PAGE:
Dueling Decisions in the 4th and D.C. Circuit Courts of Appeals Spell More ACA Uncertainty for Employers
Just as employers are gearing up to prepare for compliance with the Shared Responsibility rules under the ACA, a pair of decisions from two federal appeals courts has thrown a curve ball into what was already a complicated assessment of risk for employers and raised new questions.
The U.S. Court of Appeals for the District of Columbia Circuit ruled yesterday in a 2-1 decision (Halbig vs. Burwell) that the plain language of the ACA does not authorize the federal government to provide subsidies to help individuals pay for health coverage through a federally run health exchange or marketplace (“Marketplace”). Hours later, the U.S. Court of Appeals for the 4th Circuit (King vs. Burwell) reached the opposite conclusion with a unanimous ruling, finding that the text of the law is ambiguous as to whether subsidies are available for coverage through a federally run Marketplace, and requiring the court to give deference to the Administration’s position (established through IRS regulations) that subsidies are available for coverage obtained through both state and federal Marketplaces. 14 states and the District of Columbia run their own Marketplace where subsidies are clearly authorized. Marketplaces in the other 36 states are run by the federal government. Under the D.C. Circuit’s interpretation, subsidies would be unavailable for Marketplace coverage in these 36 states. To date, 4.7 million individuals have enrolled in federally run Marketplaces and qualified for subsidies.
The most immediate impact of an outcome that recognizes that only state run Marketplaces can offer subsidized coverage is that far fewer individuals will have access to “affordable” health coverage and the Marketplaces may be less effective in expanding coverage. While yesterday’s decisions, and most of the press surrounding the decisions, focus on an individual’s entitlement to subsidized Marketplace coverage, there are very important implications for the calculation of employer penalties under the “Shared Responsibility” or “Pay or Play” provisions of the Act.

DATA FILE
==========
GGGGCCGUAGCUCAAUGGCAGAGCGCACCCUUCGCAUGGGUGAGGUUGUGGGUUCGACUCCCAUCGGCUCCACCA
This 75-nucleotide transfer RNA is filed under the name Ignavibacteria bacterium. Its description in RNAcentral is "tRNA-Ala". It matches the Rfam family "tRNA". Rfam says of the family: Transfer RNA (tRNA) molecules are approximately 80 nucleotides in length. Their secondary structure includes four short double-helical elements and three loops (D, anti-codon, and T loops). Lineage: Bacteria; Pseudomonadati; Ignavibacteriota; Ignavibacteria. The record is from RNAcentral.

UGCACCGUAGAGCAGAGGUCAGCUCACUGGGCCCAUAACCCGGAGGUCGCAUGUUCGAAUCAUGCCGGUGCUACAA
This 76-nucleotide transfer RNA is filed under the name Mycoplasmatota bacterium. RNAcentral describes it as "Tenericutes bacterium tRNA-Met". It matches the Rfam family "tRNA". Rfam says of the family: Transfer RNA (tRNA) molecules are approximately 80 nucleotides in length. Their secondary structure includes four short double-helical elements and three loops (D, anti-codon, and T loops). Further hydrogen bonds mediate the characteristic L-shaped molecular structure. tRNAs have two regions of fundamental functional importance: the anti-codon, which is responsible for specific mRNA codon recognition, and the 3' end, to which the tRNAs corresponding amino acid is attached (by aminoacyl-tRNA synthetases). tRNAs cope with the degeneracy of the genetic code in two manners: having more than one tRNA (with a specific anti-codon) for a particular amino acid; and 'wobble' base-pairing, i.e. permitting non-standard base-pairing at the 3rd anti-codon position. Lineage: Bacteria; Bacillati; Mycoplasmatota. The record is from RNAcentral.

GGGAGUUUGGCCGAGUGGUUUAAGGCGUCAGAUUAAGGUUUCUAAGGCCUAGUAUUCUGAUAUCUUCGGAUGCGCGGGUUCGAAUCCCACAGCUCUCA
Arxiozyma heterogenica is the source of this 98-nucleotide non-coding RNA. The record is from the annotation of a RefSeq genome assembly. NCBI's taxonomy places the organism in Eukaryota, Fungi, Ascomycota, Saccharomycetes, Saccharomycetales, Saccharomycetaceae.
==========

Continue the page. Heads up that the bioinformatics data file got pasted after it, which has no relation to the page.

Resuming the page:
By way of background, the ACA provides that applicable large employers, defined to be those with at least 50 full-time and/or full-time equivalent employees, may be subject to a penalty for either (1) the failure to offer minimum essential coverage to substantially all of its full-time employees and their dependents; or (2) the failure to offer affordable, minimum value coverage. A penalty is only triggered, however, if a full-time employee obtains subsidized coverage through a Marketplace. Generally speaking, an individual must have a limited household income and not be offered affordable, minimum essential coverage through their employer in order to be eligible for a subsidy.
If the D.C. Circuit’s interpretation survives an en banc appeal and/or likely review by the United States Supreme Court, the result would be that subsidies would only be available in the states that run their own Marketplace. Applicable large employers operating in states with federally run Marketplaces could offer noncompliant health coverage, or no coverage, to employees in those states and not be subject to penalties under the employer Shared Responsibility requirements. This would change the potential penalty exposure for employers dramatically.
Until the conflict is resolved, current IRS regulations provide that subsidies will be available in all Marketplaces, regardless of whether they are run by a state or the federal government. For employers with 100 or more full-time or full-time equivalent employees, January 1, 2015 is the first day from which employer penalties could possibly be assessed (transition relief under the final regulations is discussed in our prior post). Employers should therefore proceed with their compliance strategies on the basis that subsidies will be available for coverage in all Marketplaces.
As with many of the requirements under the ACA, employers will have to stay alert for further guidance and developments.